The great achievement is always to see values that others don’t see and to affirm them. The even greater achievement is to bring out of people the values that would perish without us.

Are we looking beneath the surface to see the potential in our spouses? Are we challenging our spouses — in a constructive way — to move outside their comfort zones and grow and broaden their experiences?

These are important questions to ask, as The New York Times reported on a study:

It may not be feelings of love or loyalty that keeps couples together. Instead, scientists speculate that your level of commitment may depend on how much a partner enhances your life and broadens your horizons….

To measure this quality, couples are asked a series of questions: How much does your partner provide a source of exciting experiences? How much has knowing your partner made you a better person? How much do you see your partner as a way to expand your own capabilities?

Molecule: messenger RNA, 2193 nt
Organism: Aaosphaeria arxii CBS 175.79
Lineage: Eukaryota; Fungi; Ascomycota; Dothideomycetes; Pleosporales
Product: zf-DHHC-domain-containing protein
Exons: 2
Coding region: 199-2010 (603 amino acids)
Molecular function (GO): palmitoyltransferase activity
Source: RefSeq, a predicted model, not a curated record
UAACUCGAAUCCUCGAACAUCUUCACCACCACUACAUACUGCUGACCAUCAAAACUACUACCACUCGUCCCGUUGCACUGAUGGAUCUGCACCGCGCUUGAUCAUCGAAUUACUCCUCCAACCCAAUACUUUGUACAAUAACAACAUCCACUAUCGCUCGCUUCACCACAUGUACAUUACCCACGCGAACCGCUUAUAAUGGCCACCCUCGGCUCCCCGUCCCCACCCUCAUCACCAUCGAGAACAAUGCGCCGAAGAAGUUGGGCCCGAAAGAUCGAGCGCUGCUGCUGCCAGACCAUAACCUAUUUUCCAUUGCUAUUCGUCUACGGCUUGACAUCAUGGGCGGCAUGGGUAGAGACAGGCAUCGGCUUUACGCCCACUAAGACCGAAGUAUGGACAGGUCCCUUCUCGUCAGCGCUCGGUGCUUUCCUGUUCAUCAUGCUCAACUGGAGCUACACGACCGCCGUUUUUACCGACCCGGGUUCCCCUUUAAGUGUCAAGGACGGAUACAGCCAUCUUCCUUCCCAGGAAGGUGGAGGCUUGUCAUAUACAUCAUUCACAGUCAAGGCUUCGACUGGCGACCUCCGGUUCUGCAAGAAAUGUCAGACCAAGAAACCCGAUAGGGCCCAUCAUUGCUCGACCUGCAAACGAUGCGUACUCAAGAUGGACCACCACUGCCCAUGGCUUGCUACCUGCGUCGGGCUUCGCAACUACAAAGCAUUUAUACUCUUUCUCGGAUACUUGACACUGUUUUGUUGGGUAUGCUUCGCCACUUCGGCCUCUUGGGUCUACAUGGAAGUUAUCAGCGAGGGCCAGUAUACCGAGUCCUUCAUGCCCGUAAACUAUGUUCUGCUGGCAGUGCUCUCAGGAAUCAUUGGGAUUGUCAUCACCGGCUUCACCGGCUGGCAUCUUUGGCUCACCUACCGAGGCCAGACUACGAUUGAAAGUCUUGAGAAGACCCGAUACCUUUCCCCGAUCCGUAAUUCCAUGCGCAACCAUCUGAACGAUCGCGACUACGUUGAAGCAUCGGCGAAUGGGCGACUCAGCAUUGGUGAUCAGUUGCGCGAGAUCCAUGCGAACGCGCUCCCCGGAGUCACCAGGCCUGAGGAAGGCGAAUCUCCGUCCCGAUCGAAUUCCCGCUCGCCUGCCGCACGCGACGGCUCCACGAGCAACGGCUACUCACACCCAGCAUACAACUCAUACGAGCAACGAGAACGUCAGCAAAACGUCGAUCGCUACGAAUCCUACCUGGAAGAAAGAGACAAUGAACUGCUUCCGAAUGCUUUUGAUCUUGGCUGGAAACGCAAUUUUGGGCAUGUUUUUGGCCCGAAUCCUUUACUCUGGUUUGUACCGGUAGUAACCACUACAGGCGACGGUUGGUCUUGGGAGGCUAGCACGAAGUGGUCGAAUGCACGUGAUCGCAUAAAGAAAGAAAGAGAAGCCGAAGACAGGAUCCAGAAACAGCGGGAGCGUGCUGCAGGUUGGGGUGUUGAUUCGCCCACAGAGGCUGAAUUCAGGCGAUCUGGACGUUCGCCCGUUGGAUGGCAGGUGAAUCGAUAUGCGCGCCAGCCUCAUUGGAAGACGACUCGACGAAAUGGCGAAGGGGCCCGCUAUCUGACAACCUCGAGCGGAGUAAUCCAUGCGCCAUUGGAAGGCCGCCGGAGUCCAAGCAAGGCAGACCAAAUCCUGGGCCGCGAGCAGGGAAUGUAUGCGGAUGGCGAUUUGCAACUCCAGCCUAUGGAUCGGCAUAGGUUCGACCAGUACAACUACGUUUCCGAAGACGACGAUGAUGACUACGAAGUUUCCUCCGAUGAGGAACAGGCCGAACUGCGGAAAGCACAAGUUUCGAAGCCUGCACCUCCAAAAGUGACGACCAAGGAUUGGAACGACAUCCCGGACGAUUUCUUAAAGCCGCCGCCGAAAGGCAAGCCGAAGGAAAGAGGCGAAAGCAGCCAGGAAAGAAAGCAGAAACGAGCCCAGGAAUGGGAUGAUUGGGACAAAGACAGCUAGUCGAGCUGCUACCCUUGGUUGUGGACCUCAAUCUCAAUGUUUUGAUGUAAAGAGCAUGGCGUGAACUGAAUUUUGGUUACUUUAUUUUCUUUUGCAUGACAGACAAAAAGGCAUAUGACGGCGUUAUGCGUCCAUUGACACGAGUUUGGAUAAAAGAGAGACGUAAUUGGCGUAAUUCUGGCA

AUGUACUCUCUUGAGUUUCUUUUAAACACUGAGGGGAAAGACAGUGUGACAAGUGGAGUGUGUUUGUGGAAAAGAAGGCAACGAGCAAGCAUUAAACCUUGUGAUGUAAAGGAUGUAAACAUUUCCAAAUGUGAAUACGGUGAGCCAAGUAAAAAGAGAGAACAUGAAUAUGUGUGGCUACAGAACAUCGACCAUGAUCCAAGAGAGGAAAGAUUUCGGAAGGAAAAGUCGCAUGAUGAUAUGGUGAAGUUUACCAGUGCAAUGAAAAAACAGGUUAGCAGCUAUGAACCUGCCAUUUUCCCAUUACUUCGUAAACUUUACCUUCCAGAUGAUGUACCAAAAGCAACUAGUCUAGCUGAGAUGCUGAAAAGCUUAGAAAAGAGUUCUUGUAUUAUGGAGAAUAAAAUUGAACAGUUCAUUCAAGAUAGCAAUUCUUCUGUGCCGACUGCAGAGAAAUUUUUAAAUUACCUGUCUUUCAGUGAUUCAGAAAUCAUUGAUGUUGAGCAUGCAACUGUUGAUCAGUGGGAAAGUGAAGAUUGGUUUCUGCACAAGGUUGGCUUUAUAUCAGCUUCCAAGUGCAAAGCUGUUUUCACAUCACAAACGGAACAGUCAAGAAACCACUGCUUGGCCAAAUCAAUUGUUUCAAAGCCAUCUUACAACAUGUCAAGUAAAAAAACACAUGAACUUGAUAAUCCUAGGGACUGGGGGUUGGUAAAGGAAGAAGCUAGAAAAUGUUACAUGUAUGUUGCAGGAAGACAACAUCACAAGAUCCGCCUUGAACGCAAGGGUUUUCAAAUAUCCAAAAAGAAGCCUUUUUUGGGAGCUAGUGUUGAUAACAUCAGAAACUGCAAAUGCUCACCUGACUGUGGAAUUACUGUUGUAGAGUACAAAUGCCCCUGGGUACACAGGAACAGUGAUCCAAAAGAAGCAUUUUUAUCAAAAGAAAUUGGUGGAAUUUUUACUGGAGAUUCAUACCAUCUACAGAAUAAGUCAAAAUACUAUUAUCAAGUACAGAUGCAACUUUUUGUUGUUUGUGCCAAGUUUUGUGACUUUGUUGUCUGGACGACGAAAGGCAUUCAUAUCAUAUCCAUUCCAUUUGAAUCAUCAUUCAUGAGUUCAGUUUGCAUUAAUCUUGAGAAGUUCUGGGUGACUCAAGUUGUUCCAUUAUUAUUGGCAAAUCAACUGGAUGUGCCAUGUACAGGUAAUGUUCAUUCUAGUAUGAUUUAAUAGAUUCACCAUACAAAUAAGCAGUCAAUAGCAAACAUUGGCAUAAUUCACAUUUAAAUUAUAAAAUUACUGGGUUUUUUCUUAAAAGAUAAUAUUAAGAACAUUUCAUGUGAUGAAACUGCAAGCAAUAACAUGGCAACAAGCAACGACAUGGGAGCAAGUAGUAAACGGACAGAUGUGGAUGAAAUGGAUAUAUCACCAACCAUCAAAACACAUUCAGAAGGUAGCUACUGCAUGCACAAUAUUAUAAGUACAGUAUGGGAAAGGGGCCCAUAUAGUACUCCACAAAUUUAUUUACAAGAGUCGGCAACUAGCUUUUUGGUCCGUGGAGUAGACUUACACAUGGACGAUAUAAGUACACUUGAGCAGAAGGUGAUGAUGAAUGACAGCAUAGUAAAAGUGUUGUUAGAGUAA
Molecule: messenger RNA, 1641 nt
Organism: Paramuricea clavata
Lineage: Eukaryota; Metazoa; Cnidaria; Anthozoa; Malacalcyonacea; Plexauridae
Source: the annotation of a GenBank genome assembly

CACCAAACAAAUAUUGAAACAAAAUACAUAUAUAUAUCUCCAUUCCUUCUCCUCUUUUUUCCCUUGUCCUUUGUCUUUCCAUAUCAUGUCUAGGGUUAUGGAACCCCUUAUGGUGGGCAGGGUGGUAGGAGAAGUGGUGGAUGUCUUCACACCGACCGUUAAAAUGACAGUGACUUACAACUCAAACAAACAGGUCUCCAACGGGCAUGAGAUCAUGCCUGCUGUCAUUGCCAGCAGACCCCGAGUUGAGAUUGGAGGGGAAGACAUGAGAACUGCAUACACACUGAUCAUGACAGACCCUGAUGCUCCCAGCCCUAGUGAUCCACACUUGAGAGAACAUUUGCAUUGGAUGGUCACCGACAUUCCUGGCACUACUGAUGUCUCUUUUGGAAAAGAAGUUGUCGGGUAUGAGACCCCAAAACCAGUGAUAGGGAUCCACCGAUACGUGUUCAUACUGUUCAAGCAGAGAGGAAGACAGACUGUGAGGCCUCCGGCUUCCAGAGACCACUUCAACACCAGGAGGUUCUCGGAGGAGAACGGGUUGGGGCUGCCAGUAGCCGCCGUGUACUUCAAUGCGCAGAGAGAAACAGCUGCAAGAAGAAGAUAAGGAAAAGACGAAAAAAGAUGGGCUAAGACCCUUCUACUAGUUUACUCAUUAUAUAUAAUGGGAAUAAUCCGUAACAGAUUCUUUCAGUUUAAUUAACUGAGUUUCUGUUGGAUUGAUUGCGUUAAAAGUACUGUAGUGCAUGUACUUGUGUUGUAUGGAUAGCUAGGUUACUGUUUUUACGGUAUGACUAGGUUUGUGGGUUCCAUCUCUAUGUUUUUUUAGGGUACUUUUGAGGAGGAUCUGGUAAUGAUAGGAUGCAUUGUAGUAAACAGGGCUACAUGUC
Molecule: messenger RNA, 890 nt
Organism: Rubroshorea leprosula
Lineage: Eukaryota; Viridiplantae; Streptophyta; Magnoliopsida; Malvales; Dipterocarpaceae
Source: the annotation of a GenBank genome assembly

Creating a shared vision in marriage

To help couples take a deeper look at their lives and their dreams for each other and their future together, I encourage couples to complete an exercise, Creating a Shared Vision in Marriage.

This exercise led my wife & I to adopt goals in our marriage that have challenged us to step outside our comfort zone:

  • We made a commitment to go to theater once every two months. The numerous performances we’ve taken in over the years have enriched our lives immensely — and broadened our cultural horizons.
  • We moved to a new town, so we decided to invite people over for dinner once every month — and each month they had to be guests we had never had over before. We intentionally grew our circle of friends in this manner.
  • To keep our marriage interesting, we made a commitment to do one new thing every month we’ve never done before. This goal has challenged us, over the years, to dig deeper and discover activities and destinations we had never even heard of before.
  • I like to do things, and I’m often guilty of over-scheduling. My wife challenged me to slow down and carve out time for “carefree timelessness.” Thanks to my wife, I have come to have a richer appreciation of life.

My wife & I make it a point to update our goals every year. Marriage is long, and we want to make sure we continue to grow as individuals and as a couple.

“I am convinced life is a constant development toward that which is better”

John Paul II, in that same letter to his student: